By Senior Airmen Ericka A. Woolever , 31st Fighter Wing Public Affairs
/ Published June 17, 2021
Senior Airman Tyler J. Vance, 31st Civil Engineer Squadron (CES) structural journeyman, poses for a photo at Aviano Air Base, Italy, June 17, 2021. Vance’s quick response saved building 925’s roof from possibly collapsing after a hail storm. (U.S. Air Force photo by Senior Airman Ericka A. Woolever)
Senior Airman Tyler J. Vance, 31st Civil Engineer Squadron (CES) structural journeyman, right, train Airman Bryce E. Schneider, 31st CES structural apprentice, about harden aircraft shelter at Aviano Air Base, Italy, June 16, 2021. During the training the team replaced a guide roller to an apron door. (U.S. Air Force photo by Senior Airman Ericka A. Woolever)
Senior Airman Tyler J. Vance, 31st Civil Engineer Squadron (CES) structural journeyman, left, and Airman Bryce E. Schneider, 31st CES structural apprentice, conduct preventative maintenance on a roof
at Aviano Air Base, Italy, June 17, 2021. Airmen from the 31st CES complete preventative maintenance on roofs quarterly, semiannually, and annually. (U.S. Air Force photo by Senior Airman Ericka A. Woolever)
“It was 3 p.m. and I was finishing a job in building 925 when the facility manager came up to me and he seemed flustered,” said Senior Airman Tyler J. Vance, 31st Civil Engineer Squadron structural journeyman. “I could tell something was wrong.”
Vance’s day started like any other ordinary day, but little did he know he would have to make some decisions.
“I woke up to my 6:30 a.m. alarm…then went to work like a normal day,” explained Vance. “Every morning my flight chief does a morning meeting at eight o’clock, going over the priorities of the day, and to see where everyone is going. I had a job at building 925.”
Originally, Vance’s job at building 925 was to fix a lock on one of the doors, but just as he finished, the facility manager of the building urgently rushed over to him.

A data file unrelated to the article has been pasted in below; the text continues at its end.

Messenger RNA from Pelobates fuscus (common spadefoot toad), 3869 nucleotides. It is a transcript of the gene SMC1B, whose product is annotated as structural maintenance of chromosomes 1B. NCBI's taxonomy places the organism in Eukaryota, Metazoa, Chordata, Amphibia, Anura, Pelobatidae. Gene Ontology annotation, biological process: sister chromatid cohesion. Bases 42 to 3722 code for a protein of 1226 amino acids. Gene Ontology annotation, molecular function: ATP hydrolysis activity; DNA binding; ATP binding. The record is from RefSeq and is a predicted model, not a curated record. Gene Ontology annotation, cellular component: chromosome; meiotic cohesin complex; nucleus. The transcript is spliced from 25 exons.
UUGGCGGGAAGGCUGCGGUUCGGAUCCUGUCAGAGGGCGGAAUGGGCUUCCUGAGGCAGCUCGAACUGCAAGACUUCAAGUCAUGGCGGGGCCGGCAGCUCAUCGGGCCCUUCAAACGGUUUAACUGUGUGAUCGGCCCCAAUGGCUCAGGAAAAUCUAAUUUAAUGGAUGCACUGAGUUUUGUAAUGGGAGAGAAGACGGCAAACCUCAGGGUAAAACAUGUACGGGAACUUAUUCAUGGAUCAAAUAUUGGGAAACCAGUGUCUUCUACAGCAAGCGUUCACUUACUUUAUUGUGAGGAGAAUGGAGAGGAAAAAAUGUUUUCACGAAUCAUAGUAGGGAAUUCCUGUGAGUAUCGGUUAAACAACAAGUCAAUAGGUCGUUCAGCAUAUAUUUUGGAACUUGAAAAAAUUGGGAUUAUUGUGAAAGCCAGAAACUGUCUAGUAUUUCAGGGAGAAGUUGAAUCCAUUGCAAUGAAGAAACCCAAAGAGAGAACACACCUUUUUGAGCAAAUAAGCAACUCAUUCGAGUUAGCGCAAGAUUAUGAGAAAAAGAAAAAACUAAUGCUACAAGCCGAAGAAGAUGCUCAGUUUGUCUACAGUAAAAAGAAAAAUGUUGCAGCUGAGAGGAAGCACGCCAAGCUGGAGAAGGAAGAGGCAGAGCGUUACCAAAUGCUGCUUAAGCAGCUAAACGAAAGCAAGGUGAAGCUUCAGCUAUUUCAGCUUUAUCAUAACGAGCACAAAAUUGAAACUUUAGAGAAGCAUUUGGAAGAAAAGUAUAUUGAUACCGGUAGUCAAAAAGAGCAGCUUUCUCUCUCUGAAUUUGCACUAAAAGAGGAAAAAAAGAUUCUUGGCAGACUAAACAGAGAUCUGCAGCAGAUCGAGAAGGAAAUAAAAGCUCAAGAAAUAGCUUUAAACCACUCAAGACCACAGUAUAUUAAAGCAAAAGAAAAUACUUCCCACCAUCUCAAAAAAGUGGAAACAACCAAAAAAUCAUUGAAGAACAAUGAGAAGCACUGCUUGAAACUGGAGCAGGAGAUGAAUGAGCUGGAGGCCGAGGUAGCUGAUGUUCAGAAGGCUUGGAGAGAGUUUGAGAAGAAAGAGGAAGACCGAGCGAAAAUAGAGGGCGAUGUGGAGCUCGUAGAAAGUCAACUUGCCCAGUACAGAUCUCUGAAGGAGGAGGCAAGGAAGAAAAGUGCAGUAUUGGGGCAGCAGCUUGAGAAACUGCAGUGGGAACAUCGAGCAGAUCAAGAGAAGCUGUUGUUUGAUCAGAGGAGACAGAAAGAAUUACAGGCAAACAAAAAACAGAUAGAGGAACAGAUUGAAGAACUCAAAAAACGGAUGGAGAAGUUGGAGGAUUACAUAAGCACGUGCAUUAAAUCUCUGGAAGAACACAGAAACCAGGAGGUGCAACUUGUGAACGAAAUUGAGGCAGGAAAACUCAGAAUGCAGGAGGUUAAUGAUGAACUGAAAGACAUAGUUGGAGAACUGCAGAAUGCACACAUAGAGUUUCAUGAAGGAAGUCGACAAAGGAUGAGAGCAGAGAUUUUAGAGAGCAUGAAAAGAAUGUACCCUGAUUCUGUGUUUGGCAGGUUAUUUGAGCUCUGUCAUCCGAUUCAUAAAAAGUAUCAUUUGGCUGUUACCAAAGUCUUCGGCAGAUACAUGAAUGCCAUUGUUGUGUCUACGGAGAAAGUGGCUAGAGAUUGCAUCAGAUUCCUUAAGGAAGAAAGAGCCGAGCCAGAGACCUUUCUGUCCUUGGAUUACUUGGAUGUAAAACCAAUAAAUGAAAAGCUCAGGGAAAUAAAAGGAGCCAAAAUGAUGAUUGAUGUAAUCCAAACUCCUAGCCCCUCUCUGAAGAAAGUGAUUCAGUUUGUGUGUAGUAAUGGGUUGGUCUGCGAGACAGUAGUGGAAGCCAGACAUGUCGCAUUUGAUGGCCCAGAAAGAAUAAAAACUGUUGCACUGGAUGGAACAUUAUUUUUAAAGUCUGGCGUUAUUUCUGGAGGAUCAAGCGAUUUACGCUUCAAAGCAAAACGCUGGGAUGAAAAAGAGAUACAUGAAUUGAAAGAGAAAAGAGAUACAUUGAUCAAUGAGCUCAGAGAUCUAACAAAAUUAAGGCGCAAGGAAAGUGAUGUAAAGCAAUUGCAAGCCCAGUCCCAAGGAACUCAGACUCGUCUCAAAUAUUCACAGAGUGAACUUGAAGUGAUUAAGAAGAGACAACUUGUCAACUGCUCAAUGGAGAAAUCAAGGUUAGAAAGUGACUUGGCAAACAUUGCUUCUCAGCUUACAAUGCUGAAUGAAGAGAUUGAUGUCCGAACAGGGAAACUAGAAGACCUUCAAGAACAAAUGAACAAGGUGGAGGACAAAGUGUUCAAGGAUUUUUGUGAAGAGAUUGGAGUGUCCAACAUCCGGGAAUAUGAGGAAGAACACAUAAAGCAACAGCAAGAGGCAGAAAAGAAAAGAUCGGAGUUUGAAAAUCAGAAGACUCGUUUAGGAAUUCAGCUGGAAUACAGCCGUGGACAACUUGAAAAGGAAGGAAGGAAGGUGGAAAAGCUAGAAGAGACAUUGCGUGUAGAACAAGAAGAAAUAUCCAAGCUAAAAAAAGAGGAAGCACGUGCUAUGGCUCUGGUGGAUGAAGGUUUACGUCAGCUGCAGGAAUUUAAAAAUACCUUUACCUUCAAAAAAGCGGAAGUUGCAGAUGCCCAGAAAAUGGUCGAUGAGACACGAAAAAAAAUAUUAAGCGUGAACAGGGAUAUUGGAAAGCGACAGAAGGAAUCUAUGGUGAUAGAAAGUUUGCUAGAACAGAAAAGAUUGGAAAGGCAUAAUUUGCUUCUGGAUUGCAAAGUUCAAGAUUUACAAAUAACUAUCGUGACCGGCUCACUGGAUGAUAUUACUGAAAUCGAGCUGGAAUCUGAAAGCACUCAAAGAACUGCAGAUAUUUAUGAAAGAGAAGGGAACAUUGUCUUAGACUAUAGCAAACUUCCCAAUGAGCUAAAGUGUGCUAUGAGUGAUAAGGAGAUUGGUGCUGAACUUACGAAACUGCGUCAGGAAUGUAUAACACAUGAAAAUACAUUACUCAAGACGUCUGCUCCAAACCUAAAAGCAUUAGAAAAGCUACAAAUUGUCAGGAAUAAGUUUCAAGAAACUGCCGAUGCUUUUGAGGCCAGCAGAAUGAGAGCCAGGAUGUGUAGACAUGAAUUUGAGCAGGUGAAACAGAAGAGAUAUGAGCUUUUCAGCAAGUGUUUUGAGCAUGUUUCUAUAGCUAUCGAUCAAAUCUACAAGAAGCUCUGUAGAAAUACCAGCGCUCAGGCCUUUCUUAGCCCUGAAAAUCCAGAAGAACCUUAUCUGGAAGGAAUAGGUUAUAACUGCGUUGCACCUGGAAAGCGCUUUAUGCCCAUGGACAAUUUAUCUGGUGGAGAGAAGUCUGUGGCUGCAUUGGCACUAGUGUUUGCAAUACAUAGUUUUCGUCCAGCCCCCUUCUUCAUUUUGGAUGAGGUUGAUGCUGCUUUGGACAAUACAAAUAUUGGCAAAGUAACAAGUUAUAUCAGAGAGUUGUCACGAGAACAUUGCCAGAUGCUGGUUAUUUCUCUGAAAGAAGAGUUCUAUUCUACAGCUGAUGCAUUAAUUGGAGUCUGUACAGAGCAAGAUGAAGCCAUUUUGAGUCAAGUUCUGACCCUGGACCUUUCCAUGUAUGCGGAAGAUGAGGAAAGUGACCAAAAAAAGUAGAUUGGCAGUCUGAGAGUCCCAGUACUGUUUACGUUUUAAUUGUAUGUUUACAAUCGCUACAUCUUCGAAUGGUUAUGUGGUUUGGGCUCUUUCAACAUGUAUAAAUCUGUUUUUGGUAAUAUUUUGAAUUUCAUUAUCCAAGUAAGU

“He asked me if I had a [mechanical] room key,” said Vance.
Vance did in fact have the key and they walked towards the room.
“Before we walked up, I could see water gushing from under the door,” said Vance. “I opened the door and it was like a waterfall coming through the vent,” said Vance. “Instantly, I thought a piped burst.”
He quickly asked for a ladder, so he could see where the source of the water was.
“I opened the vent and I realized it was a flat roof and instantly I knew I had to go up on the roof,” said Vance.
When he realized where the water was coming from, Vance jumped into action to solve the problem.
“I explained to all the bystanders that we had to pick up everything off the floor, like computers, so the water wouldn’t damage them,” said Vance. “From there I called my flight chief to inform him that we had emergency at 925. I explained to him that water was stagnated on the roof and overflowing into the [mechanical room]. Afterward, I called Marco, who is our roof specialist.”
While Vance was waiting for Marco and his crew, he went on top of the roof and discovered a foot of water sitting on the roof.
“I knew the roof could possibly collapse, injure personnel, and destroy the hangar,” said Vance. “So I began unclogging all the drains by using a bucket to scope out the water and toss it down the building.”
Vance made many decisions that day, from getting a ladder and investigating, to calling his flight chief. Nevertheless, the easiest decision he made that day was going on the roof and unclogging the gutters, he said.
“I just knew that’s what had to happen, otherwise further damaged would have happened,” said Vance.
Vance couldn’t have done it alone; he had a whole team ready to support him.
“I just want to thank Marco, Staff Sgt. Cooley, Senior Airman Benthem, and Airman 1st Class Poulin, for responding as best as they did,” said Vance.
Vance and his team came together and illustrated their adaptability and deterred through the challenges.